Not So Ritz(y)-Carlton - NBC Chicago

Not So Ritz(y)-Carlton

Ritz-Carlton loses a star according to Mobil rating

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    NEWSLETTERS

    Not So Ritz(y)-Carlton
    Associated Press
    The Ritz has lost a star in its ratings. They must be putting us on!

    On your last stay at the Ritz-Carlton Chicago, did you have to escort yourself to your room? Were fresh flowers not present in the guest room? Were you not offered a refreshing water spritz at the pool?

    If you were offered only one complimentary newspaper instead of two, there is a reason. The posh hotel earned only four stars from the new Mobil Travel Guide 2009, after six years of proudly holding a five-star status.

    Meeting the requirements for a Mobil Five-Star Award is no easy task. The travel guide inspects hotels, restaurants, and spas in a broad range of classifications, including graciousness and efficiency. There are more than 500 criteria for staff appearance, behavior, food quality, housekeeping, concierge services, etc.

    Inspectors allow no room for error. For example, a guest's luggage should be delivered to his/her room in ten minutes. Not eleven. Not ten and a half. Ten.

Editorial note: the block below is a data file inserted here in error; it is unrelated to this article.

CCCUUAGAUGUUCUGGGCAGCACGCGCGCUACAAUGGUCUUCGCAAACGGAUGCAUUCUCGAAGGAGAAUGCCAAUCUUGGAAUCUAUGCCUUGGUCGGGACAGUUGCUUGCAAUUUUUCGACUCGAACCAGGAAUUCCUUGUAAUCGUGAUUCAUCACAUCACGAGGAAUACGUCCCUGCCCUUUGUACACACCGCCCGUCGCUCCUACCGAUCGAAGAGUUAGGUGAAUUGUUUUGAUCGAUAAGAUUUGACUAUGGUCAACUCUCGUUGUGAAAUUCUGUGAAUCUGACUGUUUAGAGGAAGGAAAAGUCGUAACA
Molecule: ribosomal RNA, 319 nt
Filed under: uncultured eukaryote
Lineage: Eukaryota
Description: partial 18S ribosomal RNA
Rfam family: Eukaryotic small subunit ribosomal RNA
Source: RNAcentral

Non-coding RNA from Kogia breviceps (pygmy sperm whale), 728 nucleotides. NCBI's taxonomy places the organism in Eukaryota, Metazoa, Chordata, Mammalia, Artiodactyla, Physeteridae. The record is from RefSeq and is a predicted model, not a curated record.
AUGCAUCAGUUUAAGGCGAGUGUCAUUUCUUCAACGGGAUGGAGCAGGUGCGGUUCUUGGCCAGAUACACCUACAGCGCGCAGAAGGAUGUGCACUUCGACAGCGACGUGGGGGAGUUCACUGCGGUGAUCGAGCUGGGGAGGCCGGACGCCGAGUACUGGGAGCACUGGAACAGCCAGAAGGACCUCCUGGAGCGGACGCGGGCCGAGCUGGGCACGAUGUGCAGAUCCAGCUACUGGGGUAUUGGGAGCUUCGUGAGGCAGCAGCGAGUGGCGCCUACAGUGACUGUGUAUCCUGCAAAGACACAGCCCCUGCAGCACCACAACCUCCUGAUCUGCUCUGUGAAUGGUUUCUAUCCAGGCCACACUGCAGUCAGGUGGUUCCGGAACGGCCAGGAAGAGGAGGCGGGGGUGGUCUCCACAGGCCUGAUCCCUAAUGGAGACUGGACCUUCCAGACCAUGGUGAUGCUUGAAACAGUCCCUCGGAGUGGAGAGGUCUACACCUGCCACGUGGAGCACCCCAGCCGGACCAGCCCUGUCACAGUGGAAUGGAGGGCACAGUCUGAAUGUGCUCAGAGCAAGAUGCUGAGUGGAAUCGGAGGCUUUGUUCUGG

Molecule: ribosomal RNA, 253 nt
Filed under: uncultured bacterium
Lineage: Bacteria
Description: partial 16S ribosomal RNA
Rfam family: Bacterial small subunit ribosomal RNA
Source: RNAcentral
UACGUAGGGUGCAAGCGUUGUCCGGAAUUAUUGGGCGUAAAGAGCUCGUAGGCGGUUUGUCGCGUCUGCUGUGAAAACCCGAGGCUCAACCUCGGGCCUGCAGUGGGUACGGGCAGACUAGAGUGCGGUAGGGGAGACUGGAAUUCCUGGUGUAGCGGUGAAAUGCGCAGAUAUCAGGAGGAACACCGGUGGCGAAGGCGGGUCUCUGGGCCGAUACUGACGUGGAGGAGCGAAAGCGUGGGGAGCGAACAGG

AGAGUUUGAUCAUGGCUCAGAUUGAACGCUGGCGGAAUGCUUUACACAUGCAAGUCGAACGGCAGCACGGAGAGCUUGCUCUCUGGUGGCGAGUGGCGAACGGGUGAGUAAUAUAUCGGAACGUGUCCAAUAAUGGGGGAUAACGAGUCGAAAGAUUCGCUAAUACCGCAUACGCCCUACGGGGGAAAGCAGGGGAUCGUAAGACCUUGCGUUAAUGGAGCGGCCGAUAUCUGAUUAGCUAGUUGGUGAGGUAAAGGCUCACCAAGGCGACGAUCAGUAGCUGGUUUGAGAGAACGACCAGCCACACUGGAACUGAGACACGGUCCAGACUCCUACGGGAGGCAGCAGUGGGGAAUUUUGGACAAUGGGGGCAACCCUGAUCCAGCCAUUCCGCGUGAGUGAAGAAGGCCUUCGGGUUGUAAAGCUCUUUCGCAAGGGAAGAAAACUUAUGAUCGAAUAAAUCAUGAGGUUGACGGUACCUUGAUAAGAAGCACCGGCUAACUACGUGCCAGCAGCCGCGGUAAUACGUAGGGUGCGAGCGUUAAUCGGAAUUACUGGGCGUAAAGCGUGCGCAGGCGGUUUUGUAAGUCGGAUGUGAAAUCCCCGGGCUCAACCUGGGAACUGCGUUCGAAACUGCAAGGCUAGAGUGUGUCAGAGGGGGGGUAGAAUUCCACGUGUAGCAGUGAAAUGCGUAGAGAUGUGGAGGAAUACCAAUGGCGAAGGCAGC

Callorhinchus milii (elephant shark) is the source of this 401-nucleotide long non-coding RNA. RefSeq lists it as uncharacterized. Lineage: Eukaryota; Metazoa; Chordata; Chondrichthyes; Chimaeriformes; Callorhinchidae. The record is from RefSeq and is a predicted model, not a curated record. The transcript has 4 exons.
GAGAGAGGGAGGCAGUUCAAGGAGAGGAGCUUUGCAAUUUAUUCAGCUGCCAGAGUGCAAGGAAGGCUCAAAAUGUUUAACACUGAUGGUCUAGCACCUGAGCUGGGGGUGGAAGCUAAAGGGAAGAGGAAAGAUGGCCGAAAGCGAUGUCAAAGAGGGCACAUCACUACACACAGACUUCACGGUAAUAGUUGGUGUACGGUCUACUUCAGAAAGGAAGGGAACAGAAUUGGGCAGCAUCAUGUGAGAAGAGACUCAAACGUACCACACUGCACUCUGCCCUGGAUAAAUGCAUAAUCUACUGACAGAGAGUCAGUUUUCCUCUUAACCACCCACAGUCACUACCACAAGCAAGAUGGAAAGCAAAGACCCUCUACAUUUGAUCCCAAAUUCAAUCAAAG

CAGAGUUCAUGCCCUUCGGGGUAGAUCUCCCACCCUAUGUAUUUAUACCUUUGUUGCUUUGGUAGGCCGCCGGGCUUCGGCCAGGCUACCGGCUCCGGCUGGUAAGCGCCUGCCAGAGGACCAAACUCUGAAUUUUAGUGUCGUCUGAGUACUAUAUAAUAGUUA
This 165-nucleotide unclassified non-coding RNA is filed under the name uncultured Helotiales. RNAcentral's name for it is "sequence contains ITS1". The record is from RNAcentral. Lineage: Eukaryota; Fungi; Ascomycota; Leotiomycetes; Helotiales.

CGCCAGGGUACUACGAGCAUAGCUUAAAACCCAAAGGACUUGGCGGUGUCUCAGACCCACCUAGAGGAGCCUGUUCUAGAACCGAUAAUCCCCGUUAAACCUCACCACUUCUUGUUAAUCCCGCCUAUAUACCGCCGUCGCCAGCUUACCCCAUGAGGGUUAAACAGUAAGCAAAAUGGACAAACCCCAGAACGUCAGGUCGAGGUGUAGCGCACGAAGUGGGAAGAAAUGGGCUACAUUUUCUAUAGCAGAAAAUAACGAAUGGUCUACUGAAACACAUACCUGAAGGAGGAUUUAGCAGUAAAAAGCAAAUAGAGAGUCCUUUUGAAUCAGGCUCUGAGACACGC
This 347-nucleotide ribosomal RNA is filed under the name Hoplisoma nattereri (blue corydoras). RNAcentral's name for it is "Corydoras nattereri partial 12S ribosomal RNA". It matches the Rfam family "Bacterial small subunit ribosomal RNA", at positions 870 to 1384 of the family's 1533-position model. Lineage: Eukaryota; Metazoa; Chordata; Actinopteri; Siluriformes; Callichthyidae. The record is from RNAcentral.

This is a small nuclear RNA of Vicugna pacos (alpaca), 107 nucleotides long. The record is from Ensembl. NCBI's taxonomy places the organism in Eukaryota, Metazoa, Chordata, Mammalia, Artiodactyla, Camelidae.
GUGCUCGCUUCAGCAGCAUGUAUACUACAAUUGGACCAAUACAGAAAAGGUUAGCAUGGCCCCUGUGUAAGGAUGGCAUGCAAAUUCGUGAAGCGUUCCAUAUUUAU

With standards exact as these, few businesses are able to meet them. Of the more than 8,000 North American hotels that the Mobil Travel Guide rates, only 44 achieved Five-Star status this year.

    But it's not all bad news for the Ritz. Due to a poor economy and a tight credit market, many business travelers who were formerly authorized to stay at Five-Star hotels are now restricted to Four Stars.

    Luxury hotels across the board have been hit hard, with occupancy rates falling nearly 25% the first week of January, compared with the same time period last year, according to Smith Travel Research.

    Many high-end hotels have found themselves offering incentives—free valet parking, free Internet service, free spa use, and even complimentary restaurant meals—all services which were once charged extra for.

    Businesses have also been faced with the dilemma of cutting costs without compromising service.

    "You're thinking, how do you provide decent service to guests without them seeing that you've cut back on staffing levels, or noticing you're putting two bags of coffee in the room instead of four?" Lisa Grossberg, the general manager of the Buckingham Hotel in Midtown Manhattan, told the New York Times.

    Perhaps such was the fate of the Ritz-Carlton. Something as simple as cutting back on expensive flowers or "premium-quality snacks" would have knocked off a star in the Mobil star rating system.

    It appears the Mobil inspectors do not work on a state-of-the-economy sliding scale.